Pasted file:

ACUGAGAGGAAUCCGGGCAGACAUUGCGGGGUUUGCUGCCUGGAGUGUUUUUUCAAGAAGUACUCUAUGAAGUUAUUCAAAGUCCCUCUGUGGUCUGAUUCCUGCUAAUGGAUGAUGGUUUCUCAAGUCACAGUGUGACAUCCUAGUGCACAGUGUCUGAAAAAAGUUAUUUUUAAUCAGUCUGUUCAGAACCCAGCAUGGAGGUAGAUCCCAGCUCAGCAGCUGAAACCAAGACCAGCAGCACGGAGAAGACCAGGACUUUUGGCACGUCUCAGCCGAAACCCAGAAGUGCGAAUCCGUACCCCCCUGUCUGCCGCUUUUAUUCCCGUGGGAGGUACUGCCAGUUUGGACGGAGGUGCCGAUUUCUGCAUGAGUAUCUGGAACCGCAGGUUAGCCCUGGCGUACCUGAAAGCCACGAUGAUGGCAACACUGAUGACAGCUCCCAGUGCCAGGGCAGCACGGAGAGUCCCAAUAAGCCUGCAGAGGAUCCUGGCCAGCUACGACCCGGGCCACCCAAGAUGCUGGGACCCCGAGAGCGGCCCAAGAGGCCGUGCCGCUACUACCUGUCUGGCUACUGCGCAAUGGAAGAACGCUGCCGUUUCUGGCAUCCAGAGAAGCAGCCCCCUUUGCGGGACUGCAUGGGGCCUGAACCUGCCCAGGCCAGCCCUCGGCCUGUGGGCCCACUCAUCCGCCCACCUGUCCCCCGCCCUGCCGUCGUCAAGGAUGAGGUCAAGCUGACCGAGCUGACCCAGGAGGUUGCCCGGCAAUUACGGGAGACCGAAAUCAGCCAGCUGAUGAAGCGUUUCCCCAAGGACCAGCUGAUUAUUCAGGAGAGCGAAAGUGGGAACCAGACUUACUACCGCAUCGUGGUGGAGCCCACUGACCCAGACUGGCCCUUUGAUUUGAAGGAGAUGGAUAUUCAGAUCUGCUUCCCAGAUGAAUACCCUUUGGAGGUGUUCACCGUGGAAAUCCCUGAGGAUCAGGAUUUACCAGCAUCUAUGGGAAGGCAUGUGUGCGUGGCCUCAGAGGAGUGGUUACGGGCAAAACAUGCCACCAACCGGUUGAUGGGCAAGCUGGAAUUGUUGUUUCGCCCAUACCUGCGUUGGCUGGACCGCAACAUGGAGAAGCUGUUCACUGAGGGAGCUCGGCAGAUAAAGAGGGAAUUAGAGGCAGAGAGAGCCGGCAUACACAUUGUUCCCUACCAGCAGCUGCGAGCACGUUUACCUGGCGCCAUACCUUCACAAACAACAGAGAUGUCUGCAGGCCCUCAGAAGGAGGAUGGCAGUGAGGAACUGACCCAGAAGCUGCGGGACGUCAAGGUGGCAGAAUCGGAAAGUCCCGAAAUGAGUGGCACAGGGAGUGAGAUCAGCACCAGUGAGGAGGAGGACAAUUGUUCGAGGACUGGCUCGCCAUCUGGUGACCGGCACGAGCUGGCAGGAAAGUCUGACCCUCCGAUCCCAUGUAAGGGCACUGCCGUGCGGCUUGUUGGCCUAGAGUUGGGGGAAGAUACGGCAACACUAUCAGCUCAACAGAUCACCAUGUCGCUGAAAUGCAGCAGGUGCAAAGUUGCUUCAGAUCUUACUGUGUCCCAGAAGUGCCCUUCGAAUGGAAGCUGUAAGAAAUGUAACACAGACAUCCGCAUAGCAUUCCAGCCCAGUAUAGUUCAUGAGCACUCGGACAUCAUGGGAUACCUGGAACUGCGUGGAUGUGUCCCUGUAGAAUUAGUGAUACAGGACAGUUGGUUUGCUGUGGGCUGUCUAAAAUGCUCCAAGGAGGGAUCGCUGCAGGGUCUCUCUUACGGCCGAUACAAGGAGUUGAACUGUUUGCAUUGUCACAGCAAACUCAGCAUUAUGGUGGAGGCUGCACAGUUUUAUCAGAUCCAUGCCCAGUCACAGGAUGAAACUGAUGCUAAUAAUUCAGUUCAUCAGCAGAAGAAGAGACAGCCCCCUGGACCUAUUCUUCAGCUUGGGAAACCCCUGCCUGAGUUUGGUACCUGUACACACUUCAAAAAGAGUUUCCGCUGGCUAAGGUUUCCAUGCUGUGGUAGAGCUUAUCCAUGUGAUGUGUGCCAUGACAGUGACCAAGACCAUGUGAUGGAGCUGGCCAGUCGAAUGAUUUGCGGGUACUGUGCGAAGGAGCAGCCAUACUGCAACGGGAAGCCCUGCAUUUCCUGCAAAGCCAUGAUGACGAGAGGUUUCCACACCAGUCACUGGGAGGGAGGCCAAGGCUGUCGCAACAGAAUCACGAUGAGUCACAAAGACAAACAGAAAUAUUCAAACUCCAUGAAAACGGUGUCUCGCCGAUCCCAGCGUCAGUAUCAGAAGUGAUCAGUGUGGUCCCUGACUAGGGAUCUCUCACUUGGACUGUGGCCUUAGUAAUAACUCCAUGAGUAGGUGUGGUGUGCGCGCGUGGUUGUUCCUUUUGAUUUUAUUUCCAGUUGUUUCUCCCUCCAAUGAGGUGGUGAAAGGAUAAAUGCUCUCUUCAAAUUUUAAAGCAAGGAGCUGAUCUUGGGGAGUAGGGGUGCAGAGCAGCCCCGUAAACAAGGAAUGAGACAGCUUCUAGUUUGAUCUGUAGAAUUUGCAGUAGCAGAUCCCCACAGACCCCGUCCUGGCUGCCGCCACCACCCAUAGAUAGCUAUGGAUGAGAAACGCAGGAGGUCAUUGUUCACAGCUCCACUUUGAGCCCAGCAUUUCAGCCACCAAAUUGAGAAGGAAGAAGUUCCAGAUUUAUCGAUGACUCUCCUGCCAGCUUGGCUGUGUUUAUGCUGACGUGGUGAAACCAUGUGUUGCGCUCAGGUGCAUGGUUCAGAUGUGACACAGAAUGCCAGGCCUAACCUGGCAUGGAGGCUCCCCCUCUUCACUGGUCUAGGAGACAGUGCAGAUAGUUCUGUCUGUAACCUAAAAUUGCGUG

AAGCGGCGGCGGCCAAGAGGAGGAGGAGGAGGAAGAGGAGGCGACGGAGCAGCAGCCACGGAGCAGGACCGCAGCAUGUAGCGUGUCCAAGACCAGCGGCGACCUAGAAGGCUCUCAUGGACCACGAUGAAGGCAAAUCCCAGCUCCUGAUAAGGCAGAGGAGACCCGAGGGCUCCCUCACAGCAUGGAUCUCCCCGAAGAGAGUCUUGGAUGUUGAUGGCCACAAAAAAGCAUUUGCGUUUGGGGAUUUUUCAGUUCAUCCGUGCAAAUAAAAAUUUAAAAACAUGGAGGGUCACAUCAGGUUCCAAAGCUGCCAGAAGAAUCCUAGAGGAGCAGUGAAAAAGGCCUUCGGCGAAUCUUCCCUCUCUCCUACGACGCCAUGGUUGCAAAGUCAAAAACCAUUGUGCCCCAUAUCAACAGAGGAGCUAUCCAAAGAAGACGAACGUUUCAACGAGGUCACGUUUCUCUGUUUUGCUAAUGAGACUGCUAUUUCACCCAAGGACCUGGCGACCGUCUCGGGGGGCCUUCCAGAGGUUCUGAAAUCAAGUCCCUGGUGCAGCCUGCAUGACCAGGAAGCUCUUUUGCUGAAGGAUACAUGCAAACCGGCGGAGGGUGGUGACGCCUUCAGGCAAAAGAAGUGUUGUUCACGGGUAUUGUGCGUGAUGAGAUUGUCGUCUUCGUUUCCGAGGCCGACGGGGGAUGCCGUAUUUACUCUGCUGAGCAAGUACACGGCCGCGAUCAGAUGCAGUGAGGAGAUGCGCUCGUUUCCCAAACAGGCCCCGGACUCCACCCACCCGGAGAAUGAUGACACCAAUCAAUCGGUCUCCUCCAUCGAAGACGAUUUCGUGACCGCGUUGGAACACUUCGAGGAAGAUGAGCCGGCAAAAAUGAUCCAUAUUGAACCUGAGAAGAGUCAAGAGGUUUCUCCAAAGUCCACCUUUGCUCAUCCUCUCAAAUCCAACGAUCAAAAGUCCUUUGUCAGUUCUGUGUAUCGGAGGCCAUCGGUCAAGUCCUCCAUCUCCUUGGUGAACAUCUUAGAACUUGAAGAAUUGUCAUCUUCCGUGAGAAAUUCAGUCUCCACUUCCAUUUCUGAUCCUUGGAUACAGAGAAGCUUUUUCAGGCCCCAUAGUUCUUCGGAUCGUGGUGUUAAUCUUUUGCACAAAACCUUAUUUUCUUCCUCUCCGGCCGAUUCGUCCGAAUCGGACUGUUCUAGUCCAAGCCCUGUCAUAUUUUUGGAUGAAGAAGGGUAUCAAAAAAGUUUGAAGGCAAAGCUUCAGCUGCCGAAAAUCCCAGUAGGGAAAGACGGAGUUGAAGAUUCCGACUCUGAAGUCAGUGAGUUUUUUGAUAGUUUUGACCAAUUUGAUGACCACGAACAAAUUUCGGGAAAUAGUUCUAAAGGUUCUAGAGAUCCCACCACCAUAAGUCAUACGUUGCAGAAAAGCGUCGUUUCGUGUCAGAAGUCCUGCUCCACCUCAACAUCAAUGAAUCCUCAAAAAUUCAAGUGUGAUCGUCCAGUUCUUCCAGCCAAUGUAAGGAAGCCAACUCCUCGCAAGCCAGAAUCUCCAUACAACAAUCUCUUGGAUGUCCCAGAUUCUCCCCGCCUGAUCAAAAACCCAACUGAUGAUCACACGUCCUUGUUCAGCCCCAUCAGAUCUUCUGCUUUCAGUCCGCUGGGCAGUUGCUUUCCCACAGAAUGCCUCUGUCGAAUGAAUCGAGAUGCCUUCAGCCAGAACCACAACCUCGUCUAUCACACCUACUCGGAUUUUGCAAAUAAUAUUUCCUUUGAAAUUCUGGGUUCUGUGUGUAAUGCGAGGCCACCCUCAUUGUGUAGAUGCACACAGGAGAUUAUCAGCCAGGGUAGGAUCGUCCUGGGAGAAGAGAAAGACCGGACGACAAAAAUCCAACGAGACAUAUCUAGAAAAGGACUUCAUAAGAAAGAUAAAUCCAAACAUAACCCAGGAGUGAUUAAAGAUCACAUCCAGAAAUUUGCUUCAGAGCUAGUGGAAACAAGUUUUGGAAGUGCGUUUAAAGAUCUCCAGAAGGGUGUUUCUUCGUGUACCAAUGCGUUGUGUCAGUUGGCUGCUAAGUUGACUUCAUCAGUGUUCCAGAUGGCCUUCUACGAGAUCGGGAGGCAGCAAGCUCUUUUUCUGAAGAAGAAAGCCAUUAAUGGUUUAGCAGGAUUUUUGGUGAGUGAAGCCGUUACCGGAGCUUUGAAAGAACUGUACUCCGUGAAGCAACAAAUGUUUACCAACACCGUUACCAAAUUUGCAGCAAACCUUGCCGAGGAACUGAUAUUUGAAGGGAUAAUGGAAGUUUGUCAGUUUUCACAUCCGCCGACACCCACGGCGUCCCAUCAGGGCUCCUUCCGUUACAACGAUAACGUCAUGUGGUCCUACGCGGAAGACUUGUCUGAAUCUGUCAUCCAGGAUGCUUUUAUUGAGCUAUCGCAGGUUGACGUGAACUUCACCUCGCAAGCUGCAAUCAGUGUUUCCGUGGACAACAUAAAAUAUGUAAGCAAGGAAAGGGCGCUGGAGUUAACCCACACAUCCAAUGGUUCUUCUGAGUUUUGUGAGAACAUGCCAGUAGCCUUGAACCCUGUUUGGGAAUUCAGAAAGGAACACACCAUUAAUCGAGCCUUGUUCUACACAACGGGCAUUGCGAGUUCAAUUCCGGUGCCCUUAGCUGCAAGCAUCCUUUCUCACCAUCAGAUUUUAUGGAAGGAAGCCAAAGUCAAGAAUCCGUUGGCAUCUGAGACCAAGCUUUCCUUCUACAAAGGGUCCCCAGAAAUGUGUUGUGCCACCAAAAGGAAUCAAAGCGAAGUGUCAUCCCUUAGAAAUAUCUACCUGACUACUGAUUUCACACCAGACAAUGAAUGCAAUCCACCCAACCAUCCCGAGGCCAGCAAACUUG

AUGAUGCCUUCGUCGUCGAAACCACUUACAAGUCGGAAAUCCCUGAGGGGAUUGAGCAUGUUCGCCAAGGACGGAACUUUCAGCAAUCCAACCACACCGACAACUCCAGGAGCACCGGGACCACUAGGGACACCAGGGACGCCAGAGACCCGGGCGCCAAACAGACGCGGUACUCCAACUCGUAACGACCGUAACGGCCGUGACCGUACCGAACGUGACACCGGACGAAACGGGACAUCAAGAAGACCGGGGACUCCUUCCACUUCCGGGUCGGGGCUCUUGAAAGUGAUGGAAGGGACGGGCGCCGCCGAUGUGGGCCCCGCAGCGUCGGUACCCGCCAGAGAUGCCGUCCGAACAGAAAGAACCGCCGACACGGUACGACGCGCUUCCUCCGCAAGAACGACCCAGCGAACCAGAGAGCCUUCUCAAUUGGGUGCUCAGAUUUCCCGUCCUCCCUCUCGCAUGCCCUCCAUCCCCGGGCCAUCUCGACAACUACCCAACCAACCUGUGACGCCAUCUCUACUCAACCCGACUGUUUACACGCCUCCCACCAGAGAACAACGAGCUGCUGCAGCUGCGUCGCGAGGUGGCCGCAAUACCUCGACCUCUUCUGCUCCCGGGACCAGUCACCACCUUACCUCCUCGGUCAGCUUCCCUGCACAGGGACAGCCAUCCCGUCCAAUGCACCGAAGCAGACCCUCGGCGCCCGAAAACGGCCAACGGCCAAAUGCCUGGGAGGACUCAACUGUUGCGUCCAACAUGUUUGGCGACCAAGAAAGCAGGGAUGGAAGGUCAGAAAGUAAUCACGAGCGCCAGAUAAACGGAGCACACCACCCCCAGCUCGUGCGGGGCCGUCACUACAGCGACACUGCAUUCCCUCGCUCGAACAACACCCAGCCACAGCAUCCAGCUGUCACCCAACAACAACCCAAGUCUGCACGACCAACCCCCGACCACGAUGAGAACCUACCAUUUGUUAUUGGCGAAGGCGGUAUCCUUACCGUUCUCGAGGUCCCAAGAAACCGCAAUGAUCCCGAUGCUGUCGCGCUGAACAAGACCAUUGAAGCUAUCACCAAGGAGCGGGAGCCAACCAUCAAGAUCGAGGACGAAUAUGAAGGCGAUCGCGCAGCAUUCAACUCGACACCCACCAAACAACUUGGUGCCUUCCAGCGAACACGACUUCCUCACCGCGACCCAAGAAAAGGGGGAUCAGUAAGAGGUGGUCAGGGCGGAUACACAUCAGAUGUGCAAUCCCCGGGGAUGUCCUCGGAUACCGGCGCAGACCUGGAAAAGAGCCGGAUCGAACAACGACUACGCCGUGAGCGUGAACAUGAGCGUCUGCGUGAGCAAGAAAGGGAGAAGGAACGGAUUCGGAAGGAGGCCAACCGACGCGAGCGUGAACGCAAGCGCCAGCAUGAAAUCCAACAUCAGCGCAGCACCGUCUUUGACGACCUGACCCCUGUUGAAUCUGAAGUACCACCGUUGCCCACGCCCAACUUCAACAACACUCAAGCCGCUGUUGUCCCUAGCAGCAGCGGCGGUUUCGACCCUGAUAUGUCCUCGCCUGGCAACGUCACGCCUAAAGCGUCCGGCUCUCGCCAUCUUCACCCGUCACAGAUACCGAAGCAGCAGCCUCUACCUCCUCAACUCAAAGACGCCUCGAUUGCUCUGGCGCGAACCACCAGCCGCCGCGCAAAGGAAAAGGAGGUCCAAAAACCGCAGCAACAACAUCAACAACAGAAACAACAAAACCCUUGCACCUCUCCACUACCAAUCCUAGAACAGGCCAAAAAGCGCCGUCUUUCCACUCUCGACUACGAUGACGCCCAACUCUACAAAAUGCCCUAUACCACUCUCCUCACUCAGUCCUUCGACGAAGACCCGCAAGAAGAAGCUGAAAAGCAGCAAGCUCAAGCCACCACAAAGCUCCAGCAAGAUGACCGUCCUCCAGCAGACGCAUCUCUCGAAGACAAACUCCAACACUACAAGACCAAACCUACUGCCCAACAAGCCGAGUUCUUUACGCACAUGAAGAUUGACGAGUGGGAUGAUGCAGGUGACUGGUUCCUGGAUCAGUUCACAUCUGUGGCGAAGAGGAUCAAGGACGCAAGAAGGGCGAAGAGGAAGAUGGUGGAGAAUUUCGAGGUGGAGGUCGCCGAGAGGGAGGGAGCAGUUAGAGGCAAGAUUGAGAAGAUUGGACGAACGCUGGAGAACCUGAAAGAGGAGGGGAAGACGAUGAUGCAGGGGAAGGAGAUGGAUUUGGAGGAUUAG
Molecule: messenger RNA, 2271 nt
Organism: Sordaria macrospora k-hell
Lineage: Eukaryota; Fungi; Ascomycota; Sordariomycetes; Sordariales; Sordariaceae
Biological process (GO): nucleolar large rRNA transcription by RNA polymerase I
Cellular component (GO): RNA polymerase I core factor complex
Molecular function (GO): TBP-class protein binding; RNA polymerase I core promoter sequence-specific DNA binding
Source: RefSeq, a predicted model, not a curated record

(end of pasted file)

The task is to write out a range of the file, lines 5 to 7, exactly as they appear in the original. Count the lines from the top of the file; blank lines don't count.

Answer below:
Organism: Sordaria macrospora k-hell
Lineage: Eukaryota; Fungi; Ascomycota; Sordariomycetes; Sordariales; Sordariaceae
Biological process (GO): nucleolar large rRNA transcription by RNA polymerase I